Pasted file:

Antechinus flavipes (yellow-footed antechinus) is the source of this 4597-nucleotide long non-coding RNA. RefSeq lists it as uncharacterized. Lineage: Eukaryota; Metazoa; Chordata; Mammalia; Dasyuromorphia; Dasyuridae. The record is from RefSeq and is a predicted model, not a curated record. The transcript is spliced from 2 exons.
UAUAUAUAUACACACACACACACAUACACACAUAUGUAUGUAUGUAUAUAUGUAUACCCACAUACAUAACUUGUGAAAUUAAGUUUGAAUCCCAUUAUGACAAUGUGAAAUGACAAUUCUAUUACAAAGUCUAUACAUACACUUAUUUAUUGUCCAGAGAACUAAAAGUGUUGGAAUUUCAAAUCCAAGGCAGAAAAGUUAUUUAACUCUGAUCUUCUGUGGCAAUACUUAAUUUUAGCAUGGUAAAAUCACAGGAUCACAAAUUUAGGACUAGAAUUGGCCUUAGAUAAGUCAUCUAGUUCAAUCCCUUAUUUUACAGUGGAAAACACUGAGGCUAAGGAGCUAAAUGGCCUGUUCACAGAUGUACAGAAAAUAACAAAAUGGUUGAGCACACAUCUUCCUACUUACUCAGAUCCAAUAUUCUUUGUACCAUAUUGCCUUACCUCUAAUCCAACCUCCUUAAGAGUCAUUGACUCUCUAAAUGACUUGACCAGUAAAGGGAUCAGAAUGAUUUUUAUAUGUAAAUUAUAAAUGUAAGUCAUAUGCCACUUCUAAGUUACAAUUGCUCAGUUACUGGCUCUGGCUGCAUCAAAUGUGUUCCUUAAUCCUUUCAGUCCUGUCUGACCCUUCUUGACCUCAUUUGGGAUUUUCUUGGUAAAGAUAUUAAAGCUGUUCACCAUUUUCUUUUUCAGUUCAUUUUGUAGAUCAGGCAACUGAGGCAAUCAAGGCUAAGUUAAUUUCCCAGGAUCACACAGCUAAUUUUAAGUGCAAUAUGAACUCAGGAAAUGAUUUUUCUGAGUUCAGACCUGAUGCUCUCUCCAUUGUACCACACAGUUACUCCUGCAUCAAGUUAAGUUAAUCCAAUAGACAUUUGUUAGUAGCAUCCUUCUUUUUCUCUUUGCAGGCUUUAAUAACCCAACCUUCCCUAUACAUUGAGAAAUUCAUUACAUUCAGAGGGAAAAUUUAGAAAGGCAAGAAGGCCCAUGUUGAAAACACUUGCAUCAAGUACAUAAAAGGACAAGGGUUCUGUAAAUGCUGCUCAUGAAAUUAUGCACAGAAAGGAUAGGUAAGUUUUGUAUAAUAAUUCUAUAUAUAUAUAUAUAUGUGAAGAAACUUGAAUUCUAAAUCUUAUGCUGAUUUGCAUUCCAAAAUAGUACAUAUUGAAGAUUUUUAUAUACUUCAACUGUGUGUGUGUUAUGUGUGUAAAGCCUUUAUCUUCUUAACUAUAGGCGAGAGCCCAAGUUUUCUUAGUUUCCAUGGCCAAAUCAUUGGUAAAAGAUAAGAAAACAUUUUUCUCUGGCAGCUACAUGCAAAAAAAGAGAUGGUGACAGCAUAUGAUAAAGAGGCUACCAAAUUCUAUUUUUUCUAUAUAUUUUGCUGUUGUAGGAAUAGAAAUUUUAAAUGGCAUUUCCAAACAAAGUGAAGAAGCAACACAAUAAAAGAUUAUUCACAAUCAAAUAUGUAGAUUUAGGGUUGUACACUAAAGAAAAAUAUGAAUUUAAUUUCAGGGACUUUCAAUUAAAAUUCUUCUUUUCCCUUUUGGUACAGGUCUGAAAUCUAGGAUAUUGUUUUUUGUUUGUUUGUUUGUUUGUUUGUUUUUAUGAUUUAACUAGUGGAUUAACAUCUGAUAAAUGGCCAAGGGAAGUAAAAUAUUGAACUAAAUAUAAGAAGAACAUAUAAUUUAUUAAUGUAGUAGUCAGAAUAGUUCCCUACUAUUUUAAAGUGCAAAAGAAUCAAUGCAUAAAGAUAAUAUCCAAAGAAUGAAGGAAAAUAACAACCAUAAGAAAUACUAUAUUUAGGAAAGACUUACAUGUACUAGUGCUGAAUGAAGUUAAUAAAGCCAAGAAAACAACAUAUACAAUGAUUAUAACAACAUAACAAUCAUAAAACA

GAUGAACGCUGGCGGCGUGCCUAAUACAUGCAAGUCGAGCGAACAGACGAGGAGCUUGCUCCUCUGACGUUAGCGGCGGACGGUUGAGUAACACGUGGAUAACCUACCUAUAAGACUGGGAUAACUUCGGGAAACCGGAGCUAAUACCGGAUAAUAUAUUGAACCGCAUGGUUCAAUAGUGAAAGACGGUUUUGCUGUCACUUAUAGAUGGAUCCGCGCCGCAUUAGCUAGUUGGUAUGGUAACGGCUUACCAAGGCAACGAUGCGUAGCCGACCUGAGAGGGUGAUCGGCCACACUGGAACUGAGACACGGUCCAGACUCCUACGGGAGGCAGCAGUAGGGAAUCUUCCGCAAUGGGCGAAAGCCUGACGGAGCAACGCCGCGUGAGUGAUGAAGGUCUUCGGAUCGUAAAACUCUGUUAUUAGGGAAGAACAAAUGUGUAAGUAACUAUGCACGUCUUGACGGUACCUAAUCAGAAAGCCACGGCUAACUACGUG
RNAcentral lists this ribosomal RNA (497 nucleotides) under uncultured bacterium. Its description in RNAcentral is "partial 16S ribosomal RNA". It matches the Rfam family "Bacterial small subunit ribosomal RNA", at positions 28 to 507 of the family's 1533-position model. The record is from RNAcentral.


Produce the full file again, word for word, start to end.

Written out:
Antechinus flavipes (yellow-footed antechinus) is the source of this 4597-nucleotide long non-coding RNA. RefSeq lists it as uncharacterized. Lineage: Eukaryota; Metazoa; Chordata; Mammalia; Dasyuromorphia; Dasyuridae. The record is from RefSeq and is a predicted model, not a curated record. The transcript is spliced from 2 exons.
UAUAUAUAUACACACACACACACAUACACACAUAUGUAUGUAUGUAUAUAUGUAUACCCACAUACAUAACUUGUGAAAUUAAGUUUGAAUCCCAUUAUGACAAUGUGAAAUGACAAUUCUAUUACAAAGUCUAUACAUACACUUAUUUAUUGUCCAGAGAACUAAAAGUGUUGGAAUUUCAAAUCCAAGGCAGAAAAGUUAUUUAACUCUGAUCUUCUGUGGCAAUACUUAAUUUUAGCAUGGUAAAAUCACAGGAUCACAAAUUUAGGACUAGAAUUGGCCUUAGAUAAGUCAUCUAGUUCAAUCCCUUAUUUUACAGUGGAAAACACUGAGGCUAAGGAGCUAAAUGGCCUGUUCACAGAUGUACAGAAAAUAACAAAAUGGUUGAGCACACAUCUUCCUACUUACUCAGAUCCAAUAUUCUUUGUACCAUAUUGCCUUACCUCUAAUCCAACCUCCUUAAGAGUCAUUGACUCUCUAAAUGACUUGACCAGUAAAGGGAUCAGAAUGAUUUUUAUAUGUAAAUUAUAAAUGUAAGUCAUAUGCCACUUCUAAGUUACAAUUGCUCAGUUACUGGCUCUGGCUGCAUCAAAUGUGUUCCUUAAUCCUUUCAGUCCUGUCUGACCCUUCUUGACCUCAUUUGGGAUUUUCUUGGUAAAGAUAUUAAAGCUGUUCACCAUUUUCUUUUUCAGUUCAUUUUGUAGAUCAGGCAACUGAGGCAAUCAAGGCUAAGUUAAUUUCCCAGGAUCACACAGCUAAUUUUAAGUGCAAUAUGAACUCAGGAAAUGAUUUUUCUGAGUUCAGACCUGAUGCUCUCUCCAUUGUACCACACAGUUACUCCUGCAUCAAGUUAAGUUAAUCCAAUAGACAUUUGUUAGUAGCAUCCUUCUUUUUCUCUUUGCAGGCUUUAAUAACCCAACCUUCCCUAUACAUUGAGAAAUUCAUUACAUUCAGAGGGAAAAUUUAGAAAGGCAAGAAGGCCCAUGUUGAAAACACUUGCAUCAAGUACAUAAAAGGACAAGGGUUCUGUAAAUGCUGCUCAUGAAAUUAUGCACAGAAAGGAUAGGUAAGUUUUGUAUAAUAAUUCUAUAUAUAUAUAUAUAUGUGAAGAAACUUGAAUUCUAAAUCUUAUGCUGAUUUGCAUUCCAAAAUAGUACAUAUUGAAGAUUUUUAUAUACUUCAACUGUGUGUGUGUUAUGUGUGUAAAGCCUUUAUCUUCUUAACUAUAGGCGAGAGCCCAAGUUUUCUUAGUUUCCAUGGCCAAAUCAUUGGUAAAAGAUAAGAAAACAUUUUUCUCUGGCAGCUACAUGCAAAAAAAGAGAUGGUGACAGCAUAUGAUAAAGAGGCUACCAAAUUCUAUUUUUUCUAUAUAUUUUGCUGUUGUAGGAAUAGAAAUUUUAAAUGGCAUUUCCAAACAAAGUGAAGAAGCAACACAAUAAAAGAUUAUUCACAAUCAAAUAUGUAGAUUUAGGGUUGUACACUAAAGAAAAAUAUGAAUUUAAUUUCAGGGACUUUCAAUUAAAAUUCUUCUUUUCCCUUUUGGUACAGGUCUGAAAUCUAGGAUAUUGUUUUUUGUUUGUUUGUUUGUUUGUUUGUUUUUAUGAUUUAACUAGUGGAUUAACAUCUGAUAAAUGGCCAAGGGAAGUAAAAUAUUGAACUAAAUAUAAGAAGAACAUAUAAUUUAUUAAUGUAGUAGUCAGAAUAGUUCCCUACUAUUUUAAAGUGCAAAAGAAUCAAUGCAUAAAGAUAAUAUCCAAAGAAUGAAGGAAAAUAACAACCAUAAGAAAUACUAUAUUUAGGAAAGACUUACAUGUACUAGUGCUGAAUGAAGUUAAUAAAGCCAAGAAAACAACAUAUACAAUGAUUAUAACAACAUAACAAUCAUAAAACA

GAUGAACGCUGGCGGCGUGCCUAAUACAUGCAAGUCGAGCGAACAGACGAGGAGCUUGCUCCUCUGACGUUAGCGGCGGACGGUUGAGUAACACGUGGAUAACCUACCUAUAAGACUGGGAUAACUUCGGGAAACCGGAGCUAAUACCGGAUAAUAUAUUGAACCGCAUGGUUCAAUAGUGAAAGACGGUUUUGCUGUCACUUAUAGAUGGAUCCGCGCCGCAUUAGCUAGUUGGUAUGGUAACGGCUUACCAAGGCAACGAUGCGUAGCCGACCUGAGAGGGUGAUCGGCCACACUGGAACUGAGACACGGUCCAGACUCCUACGGGAGGCAGCAGUAGGGAAUCUUCCGCAAUGGGCGAAAGCCUGACGGAGCAACGCCGCGUGAGUGAUGAAGGUCUUCGGAUCGUAAAACUCUGUUAUUAGGGAAGAACAAAUGUGUAAGUAACUAUGCACGUCUUGACGGUACCUAAUCAGAAAGCCACGGCUAACUACGUG
RNAcentral lists this ribosomal RNA (497 nucleotides) under uncultured bacterium. Its description in RNAcentral is "partial 16S ribosomal RNA". It matches the Rfam family "Bacterial small subunit ribosomal RNA", at positions 28 to 507 of the family's 1533-position model. The record is from RNAcentral.